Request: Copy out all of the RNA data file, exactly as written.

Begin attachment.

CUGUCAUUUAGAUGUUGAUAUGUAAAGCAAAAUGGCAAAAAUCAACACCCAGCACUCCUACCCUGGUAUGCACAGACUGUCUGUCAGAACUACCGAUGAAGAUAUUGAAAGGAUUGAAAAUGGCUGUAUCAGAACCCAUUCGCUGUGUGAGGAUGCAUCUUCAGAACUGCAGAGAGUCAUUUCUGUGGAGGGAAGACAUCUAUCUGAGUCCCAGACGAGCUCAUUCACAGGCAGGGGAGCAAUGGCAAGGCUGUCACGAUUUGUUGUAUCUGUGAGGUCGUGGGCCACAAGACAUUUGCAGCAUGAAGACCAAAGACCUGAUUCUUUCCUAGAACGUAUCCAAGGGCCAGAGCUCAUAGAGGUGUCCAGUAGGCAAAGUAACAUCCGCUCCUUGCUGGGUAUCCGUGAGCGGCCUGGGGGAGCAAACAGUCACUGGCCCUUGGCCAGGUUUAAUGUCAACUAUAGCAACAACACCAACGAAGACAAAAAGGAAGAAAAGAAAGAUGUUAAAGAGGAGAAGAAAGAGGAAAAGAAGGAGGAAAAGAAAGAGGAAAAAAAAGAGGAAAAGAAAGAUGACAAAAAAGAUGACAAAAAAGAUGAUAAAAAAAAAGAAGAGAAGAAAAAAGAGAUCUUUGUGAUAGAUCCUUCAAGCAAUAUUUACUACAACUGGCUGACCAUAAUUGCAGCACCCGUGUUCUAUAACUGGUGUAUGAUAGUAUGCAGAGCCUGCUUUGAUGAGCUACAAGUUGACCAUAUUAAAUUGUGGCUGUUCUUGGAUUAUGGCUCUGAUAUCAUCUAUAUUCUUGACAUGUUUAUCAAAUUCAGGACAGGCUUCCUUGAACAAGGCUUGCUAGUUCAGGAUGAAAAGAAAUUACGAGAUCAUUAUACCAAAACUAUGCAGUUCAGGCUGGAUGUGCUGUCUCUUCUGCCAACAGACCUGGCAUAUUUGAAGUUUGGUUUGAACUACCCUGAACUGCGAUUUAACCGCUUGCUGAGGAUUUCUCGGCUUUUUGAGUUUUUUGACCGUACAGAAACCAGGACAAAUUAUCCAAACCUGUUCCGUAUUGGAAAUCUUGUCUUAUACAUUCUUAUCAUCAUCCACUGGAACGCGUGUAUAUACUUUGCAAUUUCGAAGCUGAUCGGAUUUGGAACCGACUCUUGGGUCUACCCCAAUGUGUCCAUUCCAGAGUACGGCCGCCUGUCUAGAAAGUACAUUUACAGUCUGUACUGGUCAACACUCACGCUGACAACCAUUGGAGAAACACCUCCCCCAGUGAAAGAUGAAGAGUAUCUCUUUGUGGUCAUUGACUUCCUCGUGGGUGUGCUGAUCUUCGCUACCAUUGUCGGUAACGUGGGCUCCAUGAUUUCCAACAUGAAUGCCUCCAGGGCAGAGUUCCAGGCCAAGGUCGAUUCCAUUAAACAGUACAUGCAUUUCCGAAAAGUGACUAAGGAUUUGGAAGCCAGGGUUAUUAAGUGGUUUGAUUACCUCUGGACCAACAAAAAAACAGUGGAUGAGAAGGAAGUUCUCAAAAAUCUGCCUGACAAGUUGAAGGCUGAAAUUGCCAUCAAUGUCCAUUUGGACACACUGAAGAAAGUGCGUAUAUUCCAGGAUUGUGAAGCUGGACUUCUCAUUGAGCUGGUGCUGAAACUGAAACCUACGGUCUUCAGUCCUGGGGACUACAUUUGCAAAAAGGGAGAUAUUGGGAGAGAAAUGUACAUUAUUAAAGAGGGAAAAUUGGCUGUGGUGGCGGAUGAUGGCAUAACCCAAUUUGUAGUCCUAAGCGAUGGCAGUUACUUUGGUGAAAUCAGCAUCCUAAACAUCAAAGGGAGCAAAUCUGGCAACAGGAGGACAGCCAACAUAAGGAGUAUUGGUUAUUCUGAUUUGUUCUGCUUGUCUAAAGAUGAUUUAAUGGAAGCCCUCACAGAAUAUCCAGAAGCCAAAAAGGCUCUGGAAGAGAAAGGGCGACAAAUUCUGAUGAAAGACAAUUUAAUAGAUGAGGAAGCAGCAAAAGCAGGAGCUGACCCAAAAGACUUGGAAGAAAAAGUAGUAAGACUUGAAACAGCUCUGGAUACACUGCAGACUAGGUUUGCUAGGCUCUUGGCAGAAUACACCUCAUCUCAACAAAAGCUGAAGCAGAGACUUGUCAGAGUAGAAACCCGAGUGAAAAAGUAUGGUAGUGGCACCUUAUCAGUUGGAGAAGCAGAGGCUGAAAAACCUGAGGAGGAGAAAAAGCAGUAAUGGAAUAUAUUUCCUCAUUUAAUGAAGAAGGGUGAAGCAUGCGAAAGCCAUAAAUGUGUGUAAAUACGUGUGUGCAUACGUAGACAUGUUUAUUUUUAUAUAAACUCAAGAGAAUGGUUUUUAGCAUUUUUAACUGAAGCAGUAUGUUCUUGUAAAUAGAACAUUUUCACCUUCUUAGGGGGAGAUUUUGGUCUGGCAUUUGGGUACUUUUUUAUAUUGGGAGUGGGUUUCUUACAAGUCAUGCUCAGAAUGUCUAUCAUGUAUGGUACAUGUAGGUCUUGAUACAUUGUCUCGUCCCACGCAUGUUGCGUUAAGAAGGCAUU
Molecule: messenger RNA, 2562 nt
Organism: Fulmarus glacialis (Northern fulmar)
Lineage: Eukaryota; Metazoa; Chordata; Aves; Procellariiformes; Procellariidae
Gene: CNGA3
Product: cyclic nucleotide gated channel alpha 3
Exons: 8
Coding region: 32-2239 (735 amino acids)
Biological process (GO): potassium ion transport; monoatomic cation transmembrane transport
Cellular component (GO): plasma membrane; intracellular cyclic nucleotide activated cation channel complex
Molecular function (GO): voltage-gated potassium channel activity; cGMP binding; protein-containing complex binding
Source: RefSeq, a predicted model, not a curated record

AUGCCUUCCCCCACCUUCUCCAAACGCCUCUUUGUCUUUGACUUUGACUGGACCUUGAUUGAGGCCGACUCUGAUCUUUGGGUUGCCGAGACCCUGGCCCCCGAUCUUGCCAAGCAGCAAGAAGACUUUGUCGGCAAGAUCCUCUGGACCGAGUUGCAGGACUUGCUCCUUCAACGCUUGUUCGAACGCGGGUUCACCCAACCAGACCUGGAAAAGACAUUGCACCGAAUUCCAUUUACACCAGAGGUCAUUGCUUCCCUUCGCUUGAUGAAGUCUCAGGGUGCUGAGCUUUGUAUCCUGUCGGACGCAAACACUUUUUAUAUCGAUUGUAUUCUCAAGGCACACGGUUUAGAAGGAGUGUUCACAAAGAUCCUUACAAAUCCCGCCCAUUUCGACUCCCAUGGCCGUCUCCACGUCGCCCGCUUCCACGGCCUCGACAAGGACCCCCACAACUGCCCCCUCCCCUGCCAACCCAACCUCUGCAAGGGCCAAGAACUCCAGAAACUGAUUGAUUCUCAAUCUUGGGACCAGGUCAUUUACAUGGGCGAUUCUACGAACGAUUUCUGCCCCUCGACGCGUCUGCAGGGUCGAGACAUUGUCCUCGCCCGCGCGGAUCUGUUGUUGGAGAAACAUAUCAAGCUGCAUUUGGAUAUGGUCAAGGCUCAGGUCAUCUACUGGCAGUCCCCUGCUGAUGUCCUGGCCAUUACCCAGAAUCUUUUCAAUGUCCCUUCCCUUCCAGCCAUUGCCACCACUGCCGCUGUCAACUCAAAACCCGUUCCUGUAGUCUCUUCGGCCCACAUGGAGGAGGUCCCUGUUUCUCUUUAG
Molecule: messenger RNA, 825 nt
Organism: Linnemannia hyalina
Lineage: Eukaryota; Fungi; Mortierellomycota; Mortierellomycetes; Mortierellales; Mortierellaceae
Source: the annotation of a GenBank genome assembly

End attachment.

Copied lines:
CUGUCAUUUAGAUGUUGAUAUGUAAAGCAAAAUGGCAAAAAUCAACACCCAGCACUCCUACCCUGGUAUGCACAGACUGUCUGUCAGAACUACCGAUGAAGAUAUUGAAAGGAUUGAAAAUGGCUGUAUCAGAACCCAUUCGCUGUGUGAGGAUGCAUCUUCAGAACUGCAGAGAGUCAUUUCUGUGGAGGGAAGACAUCUAUCUGAGUCCCAGACGAGCUCAUUCACAGGCAGGGGAGCAAUGGCAAGGCUGUCACGAUUUGUUGUAUCUGUGAGGUCGUGGGCCACAAGACAUUUGCAGCAUGAAGACCAAAGACCUGAUUCUUUCCUAGAACGUAUCCAAGGGCCAGAGCUCAUAGAGGUGUCCAGUAGGCAAAGUAACAUCCGCUCCUUGCUGGGUAUCCGUGAGCGGCCUGGGGGAGCAAACAGUCACUGGCCCUUGGCCAGGUUUAAUGUCAACUAUAGCAACAACACCAACGAAGACAAAAAGGAAGAAAAGAAAGAUGUUAAAGAGGAGAAGAAAGAGGAAAAGAAGGAGGAAAAGAAAGAGGAAAAAAAAGAGGAAAAGAAAGAUGACAAAAAAGAUGACAAAAAAGAUGAUAAAAAAAAAGAAGAGAAGAAAAAAGAGAUCUUUGUGAUAGAUCCUUCAAGCAAUAUUUACUACAACUGGCUGACCAUAAUUGCAGCACCCGUGUUCUAUAACUGGUGUAUGAUAGUAUGCAGAGCCUGCUUUGAUGAGCUACAAGUUGACCAUAUUAAAUUGUGGCUGUUCUUGGAUUAUGGCUCUGAUAUCAUCUAUAUUCUUGACAUGUUUAUCAAAUUCAGGACAGGCUUCCUUGAACAAGGCUUGCUAGUUCAGGAUGAAAAGAAAUUACGAGAUCAUUAUACCAAAACUAUGCAGUUCAGGCUGGAUGUGCUGUCUCUUCUGCCAACAGACCUGGCAUAUUUGAAGUUUGGUUUGAACUACCCUGAACUGCGAUUUAACCGCUUGCUGAGGAUUUCUCGGCUUUUUGAGUUUUUUGACCGUACAGAAACCAGGACAAAUUAUCCAAACCUGUUCCGUAUUGGAAAUCUUGUCUUAUACAUUCUUAUCAUCAUCCACUGGAACGCGUGUAUAUACUUUGCAAUUUCGAAGCUGAUCGGAUUUGGAACCGACUCUUGGGUCUACCCCAAUGUGUCCAUUCCAGAGUACGGCCGCCUGUCUAGAAAGUACAUUUACAGUCUGUACUGGUCAACACUCACGCUGACAACCAUUGGAGAAACACCUCCCCCAGUGAAAGAUGAAGAGUAUCUCUUUGUGGUCAUUGACUUCCUCGUGGGUGUGCUGAUCUUCGCUACCAUUGUCGGUAACGUGGGCUCCAUGAUUUCCAACAUGAAUGCCUCCAGGGCAGAGUUCCAGGCCAAGGUCGAUUCCAUUAAACAGUACAUGCAUUUCCGAAAAGUGACUAAGGAUUUGGAAGCCAGGGUUAUUAAGUGGUUUGAUUACCUCUGGACCAACAAAAAAACAGUGGAUGAGAAGGAAGUUCUCAAAAAUCUGCCUGACAAGUUGAAGGCUGAAAUUGCCAUCAAUGUCCAUUUGGACACACUGAAGAAAGUGCGUAUAUUCCAGGAUUGUGAAGCUGGACUUCUCAUUGAGCUGGUGCUGAAACUGAAACCUACGGUCUUCAGUCCUGGGGACUACAUUUGCAAAAAGGGAGAUAUUGGGAGAGAAAUGUACAUUAUUAAAGAGGGAAAAUUGGCUGUGGUGGCGGAUGAUGGCAUAACCCAAUUUGUAGUCCUAAGCGAUGGCAGUUACUUUGGUGAAAUCAGCAUCCUAAACAUCAAAGGGAGCAAAUCUGGCAACAGGAGGACAGCCAACAUAAGGAGUAUUGGUUAUUCUGAUUUGUUCUGCUUGUCUAAAGAUGAUUUAAUGGAAGCCCUCACAGAAUAUCCAGAAGCCAAAAAGGCUCUGGAAGAGAAAGGGCGACAAAUUCUGAUGAAAGACAAUUUAAUAGAUGAGGAAGCAGCAAAAGCAGGAGCUGACCCAAAAGACUUGGAAGAAAAAGUAGUAAGACUUGAAACAGCUCUGGAUACACUGCAGACUAGGUUUGCUAGGCUCUUGGCAGAAUACACCUCAUCUCAACAAAAGCUGAAGCAGAGACUUGUCAGAGUAGAAACCCGAGUGAAAAAGUAUGGUAGUGGCACCUUAUCAGUUGGAGAAGCAGAGGCUGAAAAACCUGAGGAGGAGAAAAAGCAGUAAUGGAAUAUAUUUCCUCAUUUAAUGAAGAAGGGUGAAGCAUGCGAAAGCCAUAAAUGUGUGUAAAUACGUGUGUGCAUACGUAGACAUGUUUAUUUUUAUAUAAACUCAAGAGAAUGGUUUUUAGCAUUUUUAACUGAAGCAGUAUGUUCUUGUAAAUAGAACAUUUUCACCUUCUUAGGGGGAGAUUUUGGUCUGGCAUUUGGGUACUUUUUUAUAUUGGGAGUGGGUUUCUUACAAGUCAUGCUCAGAAUGUCUAUCAUGUAUGGUACAUGUAGGUCUUGAUACAUUGUCUCGUCCCACGCAUGUUGCGUUAAGAAGGCAUU
Molecule: messenger RNA, 2562 nt
Organism: Fulmarus glacialis (Northern fulmar)
Lineage: Eukaryota; Metazoa; Chordata; Aves; Procellariiformes; Procellariidae
Gene: CNGA3
Product: cyclic nucleotide gated channel alpha 3
Exons: 8
Coding region: 32-2239 (735 amino acids)
Biological process (GO): potassium ion transport; monoatomic cation transmembrane transport
Cellular component (GO): plasma membrane; intracellular cyclic nucleotide activated cation channel complex
Molecular function (GO): voltage-gated potassium channel activity; cGMP binding; protein-containing complex binding
Source: RefSeq, a predicted model, not a curated record

AUGCCUUCCCCCACCUUCUCCAAACGCCUCUUUGUCUUUGACUUUGACUGGACCUUGAUUGAGGCCGACUCUGAUCUUUGGGUUGCCGAGACCCUGGCCCCCGAUCUUGCCAAGCAGCAAGAAGACUUUGUCGGCAAGAUCCUCUGGACCGAGUUGCAGGACUUGCUCCUUCAACGCUUGUUCGAACGCGGGUUCACCCAACCAGACCUGGAAAAGACAUUGCACCGAAUUCCAUUUACACCAGAGGUCAUUGCUUCCCUUCGCUUGAUGAAGUCUCAGGGUGCUGAGCUUUGUAUCCUGUCGGACGCAAACACUUUUUAUAUCGAUUGUAUUCUCAAGGCACACGGUUUAGAAGGAGUGUUCACAAAGAUCCUUACAAAUCCCGCCCAUUUCGACUCCCAUGGCCGUCUCCACGUCGCCCGCUUCCACGGCCUCGACAAGGACCCCCACAACUGCCCCCUCCCCUGCCAACCCAACCUCUGCAAGGGCCAAGAACUCCAGAAACUGAUUGAUUCUCAAUCUUGGGACCAGGUCAUUUACAUGGGCGAUUCUACGAACGAUUUCUGCCCCUCGACGCGUCUGCAGGGUCGAGACAUUGUCCUCGCCCGCGCGGAUCUGUUGUUGGAGAAACAUAUCAAGCUGCAUUUGGAUAUGGUCAAGGCUCAGGUCAUCUACUGGCAGUCCCCUGCUGAUGUCCUGGCCAUUACCCAGAAUCUUUUCAAUGUCCCUUCCCUUCCAGCCAUUGCCACCACUGCCGCUGUCAACUCAAAACCCGUUCCUGUAGUCUCUUCGGCCCACAUGGAGGAGGUCCCUGUUUCUCUUUAG
Molecule: messenger RNA, 825 nt
Organism: Linnemannia hyalina
Lineage: Eukaryota; Fungi; Mortierellomycota; Mortierellomycetes; Mortierellales; Mortierellaceae
Source: the annotation of a GenBank genome assembly